ATHENS — Greeks on Sunday dumped the Socialist party that has ruled them for most of the last quarter-century, voting to bring in a new, conservative government five months before the nation plays host to the Summer Olympics.
Preliminary results from Sunday's vote in national parliamentary elections gave a comfortable lead to the right-wing New Democracy Party of Costas Karamanlis. Late Sunday, the head of the governing Panhellenic Socialist Movement, George Papandreou, conceded defeat as his opponents flooded the streets of Athens waving flags and blaring their car horns.
"I wish Mr. Karamanlis success in his work for the good of all of Greece," declared Papandreou, scion of one of the country's political dynasties and son of the party's founder.
With that concession, an era came to an end: Papandreou's Socialist party, known by its initials PASOK, having reigned almost uninterrupted for 23 years, finally succumbed to allegations of corruption and inefficiency and a public desire for change.
Karamanlis, a U.S.-educated lawyer and another heir of the country's political elite, spoke to his supporters later Sunday, saying his win was a victory for democracy. He pledged to make a successful Olympics a priority.
He also vowed to make good on campaign promises to attract foreign investment and create jobs. Greece has one of the fastest growing economies in the European Union, but high prices and rampant unemployment have widened the gap between rich and poor.
Papandreou's PASOK was seen as arrogant and complacent from so many years in office. Karamanlis' conservatives are untested in running the country at a crucial juncture in Greek history, including ongoing negotiations aimed at uniting the long-divided neighboring island of Cyprus.
The question on the minds of many outside Greece, however, is what impact a change in government will have on the Olympics, due to start in August. Preparations are woefully behind schedule, with many key venues still unbuilt and security concerns high.
Greek officials took great pains to insist that a switch in national leadership would not hamper the handling of the Olympics. Many -- but not all -- key figures in the preparations are independent of the regime.
"We have managed to work together, beyond the differences in political parties, and we will work together again on Monday," Athens Mayor Dora Bakoyannis said at a news conference a few hours before the polls opened.
Several analysts and diplomats said Greece has too much invested -- especially in its image and self-validation -- to allow the election to derail the Olympics. Karamanlis has promised a seamless continuation of the preparations. But others noted that it would be tempting for New Democracy to put its own mark on the Games. At the least, changing governments at this late date will allow the left and the right to blame each other if things go wrong.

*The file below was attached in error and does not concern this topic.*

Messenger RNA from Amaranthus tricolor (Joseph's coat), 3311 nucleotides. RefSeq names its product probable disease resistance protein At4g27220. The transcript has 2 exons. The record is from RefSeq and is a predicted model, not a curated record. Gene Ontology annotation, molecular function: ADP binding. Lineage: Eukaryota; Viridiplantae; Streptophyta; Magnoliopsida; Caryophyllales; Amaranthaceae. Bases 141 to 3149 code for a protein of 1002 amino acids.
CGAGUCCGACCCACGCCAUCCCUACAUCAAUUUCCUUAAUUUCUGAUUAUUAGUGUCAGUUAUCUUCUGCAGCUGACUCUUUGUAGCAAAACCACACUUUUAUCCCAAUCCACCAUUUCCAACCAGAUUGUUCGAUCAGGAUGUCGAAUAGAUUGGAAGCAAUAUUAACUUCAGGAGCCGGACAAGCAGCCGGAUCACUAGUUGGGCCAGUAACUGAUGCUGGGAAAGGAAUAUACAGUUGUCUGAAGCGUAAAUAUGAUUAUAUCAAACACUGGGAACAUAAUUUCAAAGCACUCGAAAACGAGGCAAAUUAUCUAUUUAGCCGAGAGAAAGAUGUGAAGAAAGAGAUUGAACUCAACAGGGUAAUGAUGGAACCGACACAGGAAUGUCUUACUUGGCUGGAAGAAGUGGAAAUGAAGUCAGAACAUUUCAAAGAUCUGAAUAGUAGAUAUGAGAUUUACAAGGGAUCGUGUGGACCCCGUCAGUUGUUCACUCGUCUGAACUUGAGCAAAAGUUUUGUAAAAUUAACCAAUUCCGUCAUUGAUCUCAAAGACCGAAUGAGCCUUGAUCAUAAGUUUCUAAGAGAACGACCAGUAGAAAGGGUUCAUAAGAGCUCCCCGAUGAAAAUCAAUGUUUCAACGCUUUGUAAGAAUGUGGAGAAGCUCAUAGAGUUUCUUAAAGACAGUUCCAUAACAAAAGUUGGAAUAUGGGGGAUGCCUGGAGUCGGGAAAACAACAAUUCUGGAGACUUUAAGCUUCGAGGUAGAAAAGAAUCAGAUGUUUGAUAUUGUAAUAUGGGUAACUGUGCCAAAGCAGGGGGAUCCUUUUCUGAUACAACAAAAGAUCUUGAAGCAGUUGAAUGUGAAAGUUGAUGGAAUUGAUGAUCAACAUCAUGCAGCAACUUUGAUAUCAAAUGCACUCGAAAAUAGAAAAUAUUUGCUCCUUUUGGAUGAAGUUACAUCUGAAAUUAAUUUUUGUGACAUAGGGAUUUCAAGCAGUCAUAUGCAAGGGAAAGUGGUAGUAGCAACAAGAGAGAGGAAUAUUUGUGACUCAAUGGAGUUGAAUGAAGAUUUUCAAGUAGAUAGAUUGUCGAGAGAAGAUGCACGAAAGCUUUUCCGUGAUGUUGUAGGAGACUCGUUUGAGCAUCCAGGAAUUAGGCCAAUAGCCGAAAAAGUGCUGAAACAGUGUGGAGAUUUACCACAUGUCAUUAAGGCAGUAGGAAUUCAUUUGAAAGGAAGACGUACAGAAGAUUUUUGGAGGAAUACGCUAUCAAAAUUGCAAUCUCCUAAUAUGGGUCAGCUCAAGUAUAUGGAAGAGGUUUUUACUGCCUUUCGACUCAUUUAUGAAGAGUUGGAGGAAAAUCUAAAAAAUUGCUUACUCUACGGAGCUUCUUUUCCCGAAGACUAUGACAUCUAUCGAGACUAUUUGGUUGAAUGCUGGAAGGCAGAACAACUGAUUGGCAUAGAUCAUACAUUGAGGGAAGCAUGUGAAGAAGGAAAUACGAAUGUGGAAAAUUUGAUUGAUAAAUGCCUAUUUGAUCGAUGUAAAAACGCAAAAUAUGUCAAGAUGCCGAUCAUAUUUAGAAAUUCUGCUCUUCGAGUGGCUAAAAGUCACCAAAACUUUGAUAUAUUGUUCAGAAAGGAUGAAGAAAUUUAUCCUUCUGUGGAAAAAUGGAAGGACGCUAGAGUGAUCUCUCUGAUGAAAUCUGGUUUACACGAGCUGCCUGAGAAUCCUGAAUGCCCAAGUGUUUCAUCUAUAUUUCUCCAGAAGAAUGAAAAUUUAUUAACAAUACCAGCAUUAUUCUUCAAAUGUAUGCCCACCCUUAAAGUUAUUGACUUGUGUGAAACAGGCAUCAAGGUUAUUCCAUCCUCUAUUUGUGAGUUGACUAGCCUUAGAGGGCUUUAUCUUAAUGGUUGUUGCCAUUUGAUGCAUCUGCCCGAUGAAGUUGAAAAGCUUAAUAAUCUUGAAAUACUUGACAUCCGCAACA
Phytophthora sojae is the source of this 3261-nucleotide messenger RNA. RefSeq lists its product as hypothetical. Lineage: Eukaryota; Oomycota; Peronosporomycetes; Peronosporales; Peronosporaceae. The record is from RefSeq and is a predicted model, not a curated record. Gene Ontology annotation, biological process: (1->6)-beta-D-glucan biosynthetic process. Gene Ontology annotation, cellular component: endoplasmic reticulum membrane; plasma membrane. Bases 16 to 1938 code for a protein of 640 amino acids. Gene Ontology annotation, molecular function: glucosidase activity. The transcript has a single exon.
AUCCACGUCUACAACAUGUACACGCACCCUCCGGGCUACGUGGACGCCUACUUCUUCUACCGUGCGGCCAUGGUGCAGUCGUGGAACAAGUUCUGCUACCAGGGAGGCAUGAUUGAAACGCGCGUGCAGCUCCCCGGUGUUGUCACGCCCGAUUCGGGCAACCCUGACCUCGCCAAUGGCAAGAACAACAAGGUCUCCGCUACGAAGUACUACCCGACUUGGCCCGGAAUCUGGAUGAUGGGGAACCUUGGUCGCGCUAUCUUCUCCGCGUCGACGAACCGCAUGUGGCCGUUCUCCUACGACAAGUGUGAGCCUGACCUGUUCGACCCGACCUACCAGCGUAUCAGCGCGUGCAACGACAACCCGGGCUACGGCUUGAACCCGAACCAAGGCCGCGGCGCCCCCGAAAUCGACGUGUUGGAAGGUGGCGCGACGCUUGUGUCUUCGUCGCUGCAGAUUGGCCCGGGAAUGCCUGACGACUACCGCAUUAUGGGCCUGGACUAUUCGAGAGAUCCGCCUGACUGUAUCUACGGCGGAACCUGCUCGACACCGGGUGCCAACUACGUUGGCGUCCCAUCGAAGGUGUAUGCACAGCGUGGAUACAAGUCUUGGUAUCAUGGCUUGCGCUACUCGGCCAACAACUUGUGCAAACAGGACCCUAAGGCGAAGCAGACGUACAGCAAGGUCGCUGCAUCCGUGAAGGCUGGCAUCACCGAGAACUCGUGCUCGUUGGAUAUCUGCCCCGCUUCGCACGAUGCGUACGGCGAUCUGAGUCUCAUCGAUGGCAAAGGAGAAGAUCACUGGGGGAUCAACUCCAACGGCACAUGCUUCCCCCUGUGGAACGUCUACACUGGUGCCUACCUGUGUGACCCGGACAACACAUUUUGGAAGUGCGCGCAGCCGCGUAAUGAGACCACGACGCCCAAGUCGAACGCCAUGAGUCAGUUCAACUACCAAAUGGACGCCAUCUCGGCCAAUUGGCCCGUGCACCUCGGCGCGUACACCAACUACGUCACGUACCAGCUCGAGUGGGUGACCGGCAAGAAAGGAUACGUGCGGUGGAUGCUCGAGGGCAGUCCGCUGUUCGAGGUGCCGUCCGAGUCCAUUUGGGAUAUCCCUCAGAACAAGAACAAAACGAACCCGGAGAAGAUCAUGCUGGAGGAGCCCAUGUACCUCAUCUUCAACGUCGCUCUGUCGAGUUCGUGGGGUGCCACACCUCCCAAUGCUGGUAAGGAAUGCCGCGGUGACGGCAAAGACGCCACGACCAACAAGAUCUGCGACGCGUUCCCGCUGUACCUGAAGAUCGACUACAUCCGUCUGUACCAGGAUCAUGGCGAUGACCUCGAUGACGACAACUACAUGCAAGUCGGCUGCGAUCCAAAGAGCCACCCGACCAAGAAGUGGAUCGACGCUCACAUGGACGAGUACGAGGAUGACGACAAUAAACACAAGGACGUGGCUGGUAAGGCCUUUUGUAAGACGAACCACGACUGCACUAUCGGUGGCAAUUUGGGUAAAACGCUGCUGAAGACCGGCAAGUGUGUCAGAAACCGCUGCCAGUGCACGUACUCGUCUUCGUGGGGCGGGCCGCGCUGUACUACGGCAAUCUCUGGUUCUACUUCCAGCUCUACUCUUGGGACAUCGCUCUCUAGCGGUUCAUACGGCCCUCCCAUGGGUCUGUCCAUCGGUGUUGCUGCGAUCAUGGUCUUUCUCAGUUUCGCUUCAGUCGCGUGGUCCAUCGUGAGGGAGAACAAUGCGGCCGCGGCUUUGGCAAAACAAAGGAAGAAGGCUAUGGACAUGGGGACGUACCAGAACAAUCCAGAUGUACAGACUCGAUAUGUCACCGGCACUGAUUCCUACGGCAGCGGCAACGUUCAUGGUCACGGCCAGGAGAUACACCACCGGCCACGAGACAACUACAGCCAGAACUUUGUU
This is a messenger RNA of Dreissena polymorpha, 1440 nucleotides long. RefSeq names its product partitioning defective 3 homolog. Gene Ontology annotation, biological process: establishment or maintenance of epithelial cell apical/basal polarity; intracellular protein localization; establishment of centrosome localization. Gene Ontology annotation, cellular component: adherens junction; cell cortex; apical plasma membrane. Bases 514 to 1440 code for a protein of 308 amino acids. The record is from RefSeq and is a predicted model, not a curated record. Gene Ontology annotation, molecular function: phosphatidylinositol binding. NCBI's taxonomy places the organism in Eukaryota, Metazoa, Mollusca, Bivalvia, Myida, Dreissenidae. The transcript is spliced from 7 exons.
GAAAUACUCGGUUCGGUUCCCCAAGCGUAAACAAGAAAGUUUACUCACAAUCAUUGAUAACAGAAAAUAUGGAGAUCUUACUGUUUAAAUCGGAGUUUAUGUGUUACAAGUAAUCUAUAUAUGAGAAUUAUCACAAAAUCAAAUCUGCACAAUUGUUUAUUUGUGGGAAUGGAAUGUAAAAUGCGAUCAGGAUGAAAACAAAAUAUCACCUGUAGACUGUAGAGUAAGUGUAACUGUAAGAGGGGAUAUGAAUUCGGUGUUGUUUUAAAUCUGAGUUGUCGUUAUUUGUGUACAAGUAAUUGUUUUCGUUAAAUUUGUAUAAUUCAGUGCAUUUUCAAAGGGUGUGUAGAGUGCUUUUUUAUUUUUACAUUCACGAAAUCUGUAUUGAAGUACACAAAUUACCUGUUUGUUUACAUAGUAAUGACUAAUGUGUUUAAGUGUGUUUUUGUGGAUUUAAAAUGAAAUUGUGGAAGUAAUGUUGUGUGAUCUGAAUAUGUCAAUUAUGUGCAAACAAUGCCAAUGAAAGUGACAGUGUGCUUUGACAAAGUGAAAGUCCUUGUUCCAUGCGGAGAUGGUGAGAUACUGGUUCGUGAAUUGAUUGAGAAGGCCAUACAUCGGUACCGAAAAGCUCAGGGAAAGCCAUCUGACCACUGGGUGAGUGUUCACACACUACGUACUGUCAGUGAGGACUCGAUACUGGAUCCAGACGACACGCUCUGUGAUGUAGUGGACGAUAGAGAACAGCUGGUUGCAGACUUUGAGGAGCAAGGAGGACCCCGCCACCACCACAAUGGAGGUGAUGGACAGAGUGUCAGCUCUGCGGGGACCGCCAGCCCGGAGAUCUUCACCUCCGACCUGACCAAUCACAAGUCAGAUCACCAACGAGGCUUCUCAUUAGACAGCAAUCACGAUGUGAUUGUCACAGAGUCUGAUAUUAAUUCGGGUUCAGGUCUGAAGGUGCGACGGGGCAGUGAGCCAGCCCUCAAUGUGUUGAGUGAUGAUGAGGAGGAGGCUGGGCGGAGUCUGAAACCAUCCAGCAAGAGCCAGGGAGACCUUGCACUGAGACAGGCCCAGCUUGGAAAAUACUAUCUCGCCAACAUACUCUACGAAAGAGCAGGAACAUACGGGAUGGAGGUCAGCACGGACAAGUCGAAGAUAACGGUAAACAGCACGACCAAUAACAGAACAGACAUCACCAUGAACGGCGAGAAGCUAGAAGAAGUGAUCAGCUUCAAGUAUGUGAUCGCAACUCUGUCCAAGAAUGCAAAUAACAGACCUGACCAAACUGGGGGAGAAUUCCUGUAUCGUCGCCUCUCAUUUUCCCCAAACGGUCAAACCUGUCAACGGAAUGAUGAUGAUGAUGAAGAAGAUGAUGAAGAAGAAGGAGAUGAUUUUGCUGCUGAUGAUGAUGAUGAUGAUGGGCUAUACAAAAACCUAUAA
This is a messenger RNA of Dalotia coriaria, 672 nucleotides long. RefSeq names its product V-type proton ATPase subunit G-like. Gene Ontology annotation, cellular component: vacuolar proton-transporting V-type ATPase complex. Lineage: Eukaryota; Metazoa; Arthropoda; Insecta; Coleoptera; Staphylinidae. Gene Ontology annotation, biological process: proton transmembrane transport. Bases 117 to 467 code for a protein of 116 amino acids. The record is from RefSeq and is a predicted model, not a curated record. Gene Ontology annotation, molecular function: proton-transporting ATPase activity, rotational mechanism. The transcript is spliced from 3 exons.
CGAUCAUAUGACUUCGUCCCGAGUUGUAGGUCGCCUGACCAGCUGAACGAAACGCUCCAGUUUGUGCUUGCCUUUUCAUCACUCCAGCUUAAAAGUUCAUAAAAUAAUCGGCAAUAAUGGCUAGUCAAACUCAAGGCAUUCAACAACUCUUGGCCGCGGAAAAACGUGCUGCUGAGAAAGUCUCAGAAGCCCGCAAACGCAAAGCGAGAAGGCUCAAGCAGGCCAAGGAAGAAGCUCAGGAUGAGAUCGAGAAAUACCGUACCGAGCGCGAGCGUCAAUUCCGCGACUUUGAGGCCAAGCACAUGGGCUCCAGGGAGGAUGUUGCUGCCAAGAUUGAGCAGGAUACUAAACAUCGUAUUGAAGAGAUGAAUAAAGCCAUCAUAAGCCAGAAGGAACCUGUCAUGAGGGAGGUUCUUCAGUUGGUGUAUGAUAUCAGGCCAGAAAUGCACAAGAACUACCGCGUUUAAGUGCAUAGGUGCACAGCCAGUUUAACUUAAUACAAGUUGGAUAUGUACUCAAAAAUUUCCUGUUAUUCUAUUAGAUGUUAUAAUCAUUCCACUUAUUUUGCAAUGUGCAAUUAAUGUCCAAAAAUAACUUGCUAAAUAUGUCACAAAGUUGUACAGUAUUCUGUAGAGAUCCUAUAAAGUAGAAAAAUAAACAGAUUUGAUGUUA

"All together, united, we will give our all for the Games to be the best and securest ever held," Karamanlis, 47, said in victory remarks. "The Olympics are a great opportunity for Greece to show its modern face."
The Socialists had governed Greece since 1981, except for a three-year hiatus from 1990 to 1993, when New Democracy was in power.
"I think people are tired of the Socialists," said Paul Panagopoulos, a retired TV stage manager who voted Sunday morning at a school polling booth near the Acropolis.
"Two million Greeks are living on the verge of poverty," continued the white-haired 70-year-old. "Look at me. I've worked since I was 15 and I'm still paying taxes. They grab it from you from every side."
Panagopoulos remembers seeing Georgios Papandreou, the grandfather of today's PASOK leader, delivering a speech as Greece teetered on the brink of civil war.
It is that kind of historical image that shapes the way many Greeks vote. For the electorate to move away from PASOK and squarely into New Democracy's camp represented a significant shift.
Anthony Livanios, a pollster for New Democracy, said Karamanlis -- nephew of the prime minister who led Greece out of military rule -- made inroads in disgruntled groups like farmers and pensioners, people on fixed incomes or those who have been hurt by the inflation introduced when Greece joined the euro zone.
"Today, with your vote, you have confirmed your demand for political change," Karamanlis told supporters Sunday night after claiming victory. "Today you gave a clear mandate for all of us to go forward together."